The Families at Blackacre

The Tyler Family: Blackacre’s first permanent settlers

Moses Tyler

Edward Tyler III, brother of Moses Tyler.  He established his own farm just south of Moses on present Taylorsville Road.

Mrs. Jane Tyler, married to Presley Tyler until his death in 1879.

Moses Tyler was nearly 82 years old when he deeded his homestead, property, farm, animals, and equipment to his son, Presley, in return for food, lodging, care, and “a suitable horse and decent saddle and bridle.”

Ten years later, in 1844, Presley built the two-story brick house now known as the Presley Tyler 1844 Farmhouse.  The house was situated on a portion of old Mann’s Lick Road that led to a prominent salt works in southern Jefferson County.  By 1879 a new road, called Tucker Station in reference to a nearby railroad stop, replaced the old road as a public right-of-way.

Moses Tyler’s farm was one portion of an original land grant made out to his father, Edward Tyler, by virtue of a treasury warrant Edward had purchased in 1782.  The elder Tyler was a merchant who lived and worked in Louisville while two of his older sons and a nephew began developing his land on Chenoweth Run.  In about 1788 Edward and his wife Ann sold most of their holdings in Louisville and moved with their youngest son, Edward Tyler III, to the Chenoweth Run property.  The farm they established lay just south of Moses Tyler’s farm and today’s Blackacre Nature Preserve.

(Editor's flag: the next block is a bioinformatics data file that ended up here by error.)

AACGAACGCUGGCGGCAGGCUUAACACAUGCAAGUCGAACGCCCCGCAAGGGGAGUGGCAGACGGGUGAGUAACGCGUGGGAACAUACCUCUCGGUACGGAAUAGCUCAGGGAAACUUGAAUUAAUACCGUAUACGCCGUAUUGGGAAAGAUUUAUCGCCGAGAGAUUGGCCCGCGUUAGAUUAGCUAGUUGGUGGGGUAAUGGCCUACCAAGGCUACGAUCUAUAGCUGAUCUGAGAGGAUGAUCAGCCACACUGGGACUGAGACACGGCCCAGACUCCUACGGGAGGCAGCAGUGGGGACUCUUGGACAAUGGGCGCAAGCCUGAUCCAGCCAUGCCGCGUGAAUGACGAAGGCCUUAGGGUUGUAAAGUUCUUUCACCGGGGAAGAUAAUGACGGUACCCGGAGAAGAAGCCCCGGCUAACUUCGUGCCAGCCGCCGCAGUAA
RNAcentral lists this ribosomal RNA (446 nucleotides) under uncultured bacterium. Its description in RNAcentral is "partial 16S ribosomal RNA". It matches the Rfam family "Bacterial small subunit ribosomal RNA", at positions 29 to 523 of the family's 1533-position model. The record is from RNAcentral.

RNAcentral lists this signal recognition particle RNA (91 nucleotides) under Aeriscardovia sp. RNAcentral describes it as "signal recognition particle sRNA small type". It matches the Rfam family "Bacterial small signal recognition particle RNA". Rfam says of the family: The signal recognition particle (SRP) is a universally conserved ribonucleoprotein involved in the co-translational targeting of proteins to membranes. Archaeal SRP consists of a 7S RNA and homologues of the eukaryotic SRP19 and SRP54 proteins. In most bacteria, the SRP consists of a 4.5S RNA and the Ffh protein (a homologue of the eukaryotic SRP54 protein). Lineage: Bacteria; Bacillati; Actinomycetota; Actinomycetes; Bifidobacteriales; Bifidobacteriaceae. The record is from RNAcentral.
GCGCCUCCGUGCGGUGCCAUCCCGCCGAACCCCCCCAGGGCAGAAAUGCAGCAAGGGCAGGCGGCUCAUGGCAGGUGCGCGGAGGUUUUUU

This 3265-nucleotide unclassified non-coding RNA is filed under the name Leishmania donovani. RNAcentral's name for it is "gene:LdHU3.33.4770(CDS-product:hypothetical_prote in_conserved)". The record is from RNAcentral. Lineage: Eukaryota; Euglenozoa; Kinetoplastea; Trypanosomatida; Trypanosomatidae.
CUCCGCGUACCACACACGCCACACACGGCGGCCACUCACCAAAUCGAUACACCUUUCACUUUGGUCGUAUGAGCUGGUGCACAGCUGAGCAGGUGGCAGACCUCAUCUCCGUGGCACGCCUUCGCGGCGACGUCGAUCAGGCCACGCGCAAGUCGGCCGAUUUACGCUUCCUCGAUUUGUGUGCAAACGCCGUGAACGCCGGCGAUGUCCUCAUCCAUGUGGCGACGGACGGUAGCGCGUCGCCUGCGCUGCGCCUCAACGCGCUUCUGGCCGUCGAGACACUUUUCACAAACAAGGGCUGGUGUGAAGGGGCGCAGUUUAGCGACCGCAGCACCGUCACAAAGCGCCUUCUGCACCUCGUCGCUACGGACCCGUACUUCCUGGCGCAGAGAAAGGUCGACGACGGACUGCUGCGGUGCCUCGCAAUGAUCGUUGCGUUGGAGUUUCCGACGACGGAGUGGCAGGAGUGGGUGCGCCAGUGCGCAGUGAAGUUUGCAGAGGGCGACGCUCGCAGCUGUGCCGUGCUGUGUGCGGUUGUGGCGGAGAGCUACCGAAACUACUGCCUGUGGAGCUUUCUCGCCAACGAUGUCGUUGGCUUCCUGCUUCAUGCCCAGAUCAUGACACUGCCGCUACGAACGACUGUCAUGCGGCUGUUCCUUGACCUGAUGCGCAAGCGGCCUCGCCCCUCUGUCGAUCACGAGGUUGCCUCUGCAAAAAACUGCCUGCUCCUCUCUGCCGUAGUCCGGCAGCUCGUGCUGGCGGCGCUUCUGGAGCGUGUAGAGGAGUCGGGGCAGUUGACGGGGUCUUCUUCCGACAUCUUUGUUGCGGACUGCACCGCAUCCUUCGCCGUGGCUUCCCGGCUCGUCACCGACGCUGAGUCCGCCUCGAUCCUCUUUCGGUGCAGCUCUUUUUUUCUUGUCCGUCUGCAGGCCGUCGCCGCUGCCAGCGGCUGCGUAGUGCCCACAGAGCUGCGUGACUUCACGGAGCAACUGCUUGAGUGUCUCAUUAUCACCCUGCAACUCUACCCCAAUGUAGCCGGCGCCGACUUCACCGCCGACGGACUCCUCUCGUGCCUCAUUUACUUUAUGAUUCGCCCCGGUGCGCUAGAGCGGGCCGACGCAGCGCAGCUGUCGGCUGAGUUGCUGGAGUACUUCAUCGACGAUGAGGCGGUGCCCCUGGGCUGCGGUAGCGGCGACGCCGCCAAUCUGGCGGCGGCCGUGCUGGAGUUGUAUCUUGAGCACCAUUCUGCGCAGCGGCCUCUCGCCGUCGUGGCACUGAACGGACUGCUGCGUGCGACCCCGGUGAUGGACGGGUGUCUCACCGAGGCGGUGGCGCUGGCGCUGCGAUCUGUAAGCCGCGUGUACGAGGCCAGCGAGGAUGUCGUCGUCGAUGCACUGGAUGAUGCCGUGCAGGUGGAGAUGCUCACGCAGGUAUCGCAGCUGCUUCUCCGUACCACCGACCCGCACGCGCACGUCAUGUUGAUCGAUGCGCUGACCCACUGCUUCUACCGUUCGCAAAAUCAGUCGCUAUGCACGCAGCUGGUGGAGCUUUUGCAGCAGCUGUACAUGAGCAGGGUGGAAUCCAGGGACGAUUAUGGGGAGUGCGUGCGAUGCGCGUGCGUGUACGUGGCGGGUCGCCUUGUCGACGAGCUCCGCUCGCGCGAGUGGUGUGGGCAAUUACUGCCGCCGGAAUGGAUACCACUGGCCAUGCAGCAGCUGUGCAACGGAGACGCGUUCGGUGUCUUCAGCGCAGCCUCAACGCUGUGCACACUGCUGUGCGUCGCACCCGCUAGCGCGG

Family c. 1900

The Kroeger family at Blackacre, circa 1900

Subsequent Families

Presley Tyler died in 1879 and two years later his farm was purchased by Joseph Sweeney.  In 1885 Sweeney sold to John C. Kroeger whose son established a dairy operation at the farm and nurtured fruit orchards near the house. After milking his cows he would rush with the milk to nearby Tucker Station and put them on the train to Louisville. He and his wife raised several children on this farm.

After Kroeger’s death in 1902, local confectionery owner, T. L. Solger, bought the property for use as a summer home.  He sold in 1910 to Joseph T. Wheeler who re-established a farming operation that lasted until 1939.  In that year William and Elsie Woodward bought the property and was used once again as a summer and guest residence.  Elsie took great interest in the old farmhouse and had both plumbing and electricity installed.  The Woodward’s called their new residence Land O’Skye, but when friends Judge Macauley and Emilie Smith purchased it in 1950 the Judge renamed it Blackacre.

The final chapter of Blackacre’s history as a homestead is covered in

The Smiths: Visionaries for Blackacre’s Future